Date of Award


Degree Name

Master of Arts



First Advisor

Carr, Kay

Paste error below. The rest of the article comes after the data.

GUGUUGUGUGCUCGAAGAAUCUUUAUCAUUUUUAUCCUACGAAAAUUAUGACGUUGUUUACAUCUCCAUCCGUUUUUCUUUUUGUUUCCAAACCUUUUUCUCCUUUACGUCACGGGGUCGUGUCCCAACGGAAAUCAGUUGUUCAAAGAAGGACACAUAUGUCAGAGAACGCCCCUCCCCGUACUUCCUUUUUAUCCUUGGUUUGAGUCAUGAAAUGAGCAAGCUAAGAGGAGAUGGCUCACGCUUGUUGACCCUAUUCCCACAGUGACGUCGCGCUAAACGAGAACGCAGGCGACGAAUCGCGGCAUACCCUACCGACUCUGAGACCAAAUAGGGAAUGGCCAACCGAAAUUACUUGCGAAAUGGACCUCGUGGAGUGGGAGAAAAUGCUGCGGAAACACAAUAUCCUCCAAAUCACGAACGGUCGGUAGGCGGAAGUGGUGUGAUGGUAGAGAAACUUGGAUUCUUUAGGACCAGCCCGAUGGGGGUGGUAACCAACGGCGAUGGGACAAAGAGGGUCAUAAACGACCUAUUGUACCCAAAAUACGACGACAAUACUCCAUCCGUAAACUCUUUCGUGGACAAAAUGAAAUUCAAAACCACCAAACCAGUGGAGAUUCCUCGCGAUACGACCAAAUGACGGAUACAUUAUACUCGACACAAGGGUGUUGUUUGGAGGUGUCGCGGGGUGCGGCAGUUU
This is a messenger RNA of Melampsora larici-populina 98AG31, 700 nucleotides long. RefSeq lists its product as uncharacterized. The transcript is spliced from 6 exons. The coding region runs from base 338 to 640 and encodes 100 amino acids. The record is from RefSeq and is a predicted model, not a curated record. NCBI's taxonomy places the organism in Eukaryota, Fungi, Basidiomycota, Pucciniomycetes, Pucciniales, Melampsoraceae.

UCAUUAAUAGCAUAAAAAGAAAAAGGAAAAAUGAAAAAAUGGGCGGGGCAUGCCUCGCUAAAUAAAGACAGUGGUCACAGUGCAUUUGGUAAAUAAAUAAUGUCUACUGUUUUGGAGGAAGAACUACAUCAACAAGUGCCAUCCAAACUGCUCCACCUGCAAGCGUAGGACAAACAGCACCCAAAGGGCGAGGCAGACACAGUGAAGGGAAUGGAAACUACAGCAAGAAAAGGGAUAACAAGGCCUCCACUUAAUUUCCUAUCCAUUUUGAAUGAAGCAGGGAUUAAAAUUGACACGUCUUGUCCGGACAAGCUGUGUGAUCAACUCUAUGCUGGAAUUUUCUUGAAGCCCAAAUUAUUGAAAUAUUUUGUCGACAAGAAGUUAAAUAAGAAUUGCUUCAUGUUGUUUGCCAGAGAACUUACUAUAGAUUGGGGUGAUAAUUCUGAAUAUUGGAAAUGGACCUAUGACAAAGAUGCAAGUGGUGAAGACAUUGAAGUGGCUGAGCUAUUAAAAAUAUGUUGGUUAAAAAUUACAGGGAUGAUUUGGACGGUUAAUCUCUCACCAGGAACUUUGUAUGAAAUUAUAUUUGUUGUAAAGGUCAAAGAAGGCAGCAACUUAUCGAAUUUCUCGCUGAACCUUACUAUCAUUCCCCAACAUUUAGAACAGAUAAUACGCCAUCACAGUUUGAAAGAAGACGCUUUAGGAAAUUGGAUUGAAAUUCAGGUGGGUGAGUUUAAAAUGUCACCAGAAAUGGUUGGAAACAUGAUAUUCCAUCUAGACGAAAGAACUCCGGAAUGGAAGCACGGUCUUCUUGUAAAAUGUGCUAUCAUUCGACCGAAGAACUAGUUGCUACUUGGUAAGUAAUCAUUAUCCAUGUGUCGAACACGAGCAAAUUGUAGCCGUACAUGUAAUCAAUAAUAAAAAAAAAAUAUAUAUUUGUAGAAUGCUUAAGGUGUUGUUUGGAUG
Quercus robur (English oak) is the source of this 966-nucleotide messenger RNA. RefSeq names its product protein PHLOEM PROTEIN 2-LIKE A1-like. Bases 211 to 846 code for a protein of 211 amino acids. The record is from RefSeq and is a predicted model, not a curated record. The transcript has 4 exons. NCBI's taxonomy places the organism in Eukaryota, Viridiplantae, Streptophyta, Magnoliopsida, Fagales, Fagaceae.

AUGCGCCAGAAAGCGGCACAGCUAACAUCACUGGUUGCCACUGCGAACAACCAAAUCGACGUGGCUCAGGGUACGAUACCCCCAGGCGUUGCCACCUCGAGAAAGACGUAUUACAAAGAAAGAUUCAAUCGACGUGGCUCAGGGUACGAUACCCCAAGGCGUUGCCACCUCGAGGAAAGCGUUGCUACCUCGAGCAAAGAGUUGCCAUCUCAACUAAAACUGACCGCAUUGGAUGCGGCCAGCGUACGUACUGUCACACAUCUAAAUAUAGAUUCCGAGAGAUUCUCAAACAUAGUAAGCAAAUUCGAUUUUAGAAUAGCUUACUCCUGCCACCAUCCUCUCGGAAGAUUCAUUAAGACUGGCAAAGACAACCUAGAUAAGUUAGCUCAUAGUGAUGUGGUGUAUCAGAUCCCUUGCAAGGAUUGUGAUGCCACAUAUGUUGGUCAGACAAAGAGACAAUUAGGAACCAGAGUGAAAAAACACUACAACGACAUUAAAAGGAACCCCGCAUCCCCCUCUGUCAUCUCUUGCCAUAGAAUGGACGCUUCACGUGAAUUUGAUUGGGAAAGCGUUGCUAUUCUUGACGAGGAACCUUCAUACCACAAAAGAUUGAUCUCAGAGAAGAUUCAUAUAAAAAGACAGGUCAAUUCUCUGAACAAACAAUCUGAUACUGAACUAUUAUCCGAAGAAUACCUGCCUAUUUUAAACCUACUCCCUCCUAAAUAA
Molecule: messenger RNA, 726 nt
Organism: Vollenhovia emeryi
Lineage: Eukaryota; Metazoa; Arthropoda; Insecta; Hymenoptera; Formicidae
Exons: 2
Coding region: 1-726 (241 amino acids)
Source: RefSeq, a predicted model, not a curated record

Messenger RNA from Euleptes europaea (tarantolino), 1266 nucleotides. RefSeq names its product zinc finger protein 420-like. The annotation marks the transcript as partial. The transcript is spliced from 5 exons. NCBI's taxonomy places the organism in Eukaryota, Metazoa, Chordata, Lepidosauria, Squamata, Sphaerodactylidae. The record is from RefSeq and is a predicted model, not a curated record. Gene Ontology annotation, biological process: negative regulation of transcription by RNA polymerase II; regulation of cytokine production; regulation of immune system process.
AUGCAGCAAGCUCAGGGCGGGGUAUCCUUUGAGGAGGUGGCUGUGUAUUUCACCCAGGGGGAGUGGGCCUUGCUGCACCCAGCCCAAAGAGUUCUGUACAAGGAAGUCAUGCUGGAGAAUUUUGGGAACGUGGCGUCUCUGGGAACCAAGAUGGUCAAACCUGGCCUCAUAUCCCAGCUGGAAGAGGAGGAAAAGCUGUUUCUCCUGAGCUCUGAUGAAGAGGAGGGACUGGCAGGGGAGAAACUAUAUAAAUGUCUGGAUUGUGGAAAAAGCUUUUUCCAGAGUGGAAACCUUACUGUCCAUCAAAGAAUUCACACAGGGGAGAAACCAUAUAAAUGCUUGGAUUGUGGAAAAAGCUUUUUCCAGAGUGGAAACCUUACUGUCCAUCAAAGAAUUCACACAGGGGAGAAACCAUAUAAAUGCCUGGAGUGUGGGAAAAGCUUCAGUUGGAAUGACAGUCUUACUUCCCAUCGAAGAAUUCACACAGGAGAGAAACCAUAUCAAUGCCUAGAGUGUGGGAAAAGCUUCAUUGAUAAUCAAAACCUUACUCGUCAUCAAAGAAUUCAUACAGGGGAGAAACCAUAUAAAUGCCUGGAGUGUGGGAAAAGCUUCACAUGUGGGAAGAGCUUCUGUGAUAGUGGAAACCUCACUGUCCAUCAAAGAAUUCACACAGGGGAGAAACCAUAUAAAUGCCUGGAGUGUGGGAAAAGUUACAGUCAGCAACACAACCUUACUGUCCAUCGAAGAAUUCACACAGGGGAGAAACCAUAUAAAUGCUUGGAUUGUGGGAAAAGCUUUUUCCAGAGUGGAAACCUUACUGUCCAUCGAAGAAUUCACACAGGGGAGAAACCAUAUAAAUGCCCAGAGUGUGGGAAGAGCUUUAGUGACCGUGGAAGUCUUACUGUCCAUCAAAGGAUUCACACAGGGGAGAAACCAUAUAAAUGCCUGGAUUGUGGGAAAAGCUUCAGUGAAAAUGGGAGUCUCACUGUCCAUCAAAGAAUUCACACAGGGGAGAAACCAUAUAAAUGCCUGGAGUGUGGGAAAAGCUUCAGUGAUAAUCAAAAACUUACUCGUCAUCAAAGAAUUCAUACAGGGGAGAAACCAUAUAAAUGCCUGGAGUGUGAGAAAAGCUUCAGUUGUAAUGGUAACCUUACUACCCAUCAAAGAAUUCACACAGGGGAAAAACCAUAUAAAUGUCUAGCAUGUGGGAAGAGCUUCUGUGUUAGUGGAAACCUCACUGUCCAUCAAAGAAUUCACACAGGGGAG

AN ABSTRACT OF THE THESIS OF Hannah J. Schmidt, for the Master of Arts degree in History, presented on May 23, 2017, at Southern Illinois University Carbondale. (Do not use abbreviations.) TITLE: Surviving Plymouth: Causes of Change in Wampanoag Culture in Colonial New England MAJOR PROFESSOR: Dr. Kay J. Carr The following research investigates the relationship between the Wampanoag tribe and English colonists of Southeastern Massachusetts throughout the seventeenth century. The Wampanoags, under the leadership of grand sachem Massasoit, were the first people to befriend members of the Plymouth Colony upon their landing in Massachusetts Bay in November 1620. The relationship that was built between the two groups was instrumental in establishing English colonial rule throughout the region that would later expand beyond Massachusetts. The dynamics of this relationship and the subsequent political, economic, and cultural dominance of the English throughout New England led to massive changes in Wampanoag culture and practices. Because of the early timing and unique closeness of their friendship, it is necessary to examine the Wampanoag tribe’s interactions with the colonists as a distinct experience that is, in many ways, specific to their tribe and cannot wholly be a depiction of larger relations between the English colonists and Native American groups of the period. The distinctive nature of the Wampanoag-English relationship is also particularly enlightening to the conflicting dynamic between native perspectives and practices and that which the English colonists brought with them and later imposed. The ideas of each group informed how they interacted with each other throughout the seventeenth century. Upon the establishment of English dominance throughout the region, the ideological frameworks within English settler-colonialism, in conjunction with environmental and other economic influences, threatened traditional Wampanoag culture and practices and led to an immense transformation in Wampanoag ways of living that was both willingly and unwillingly adopted.




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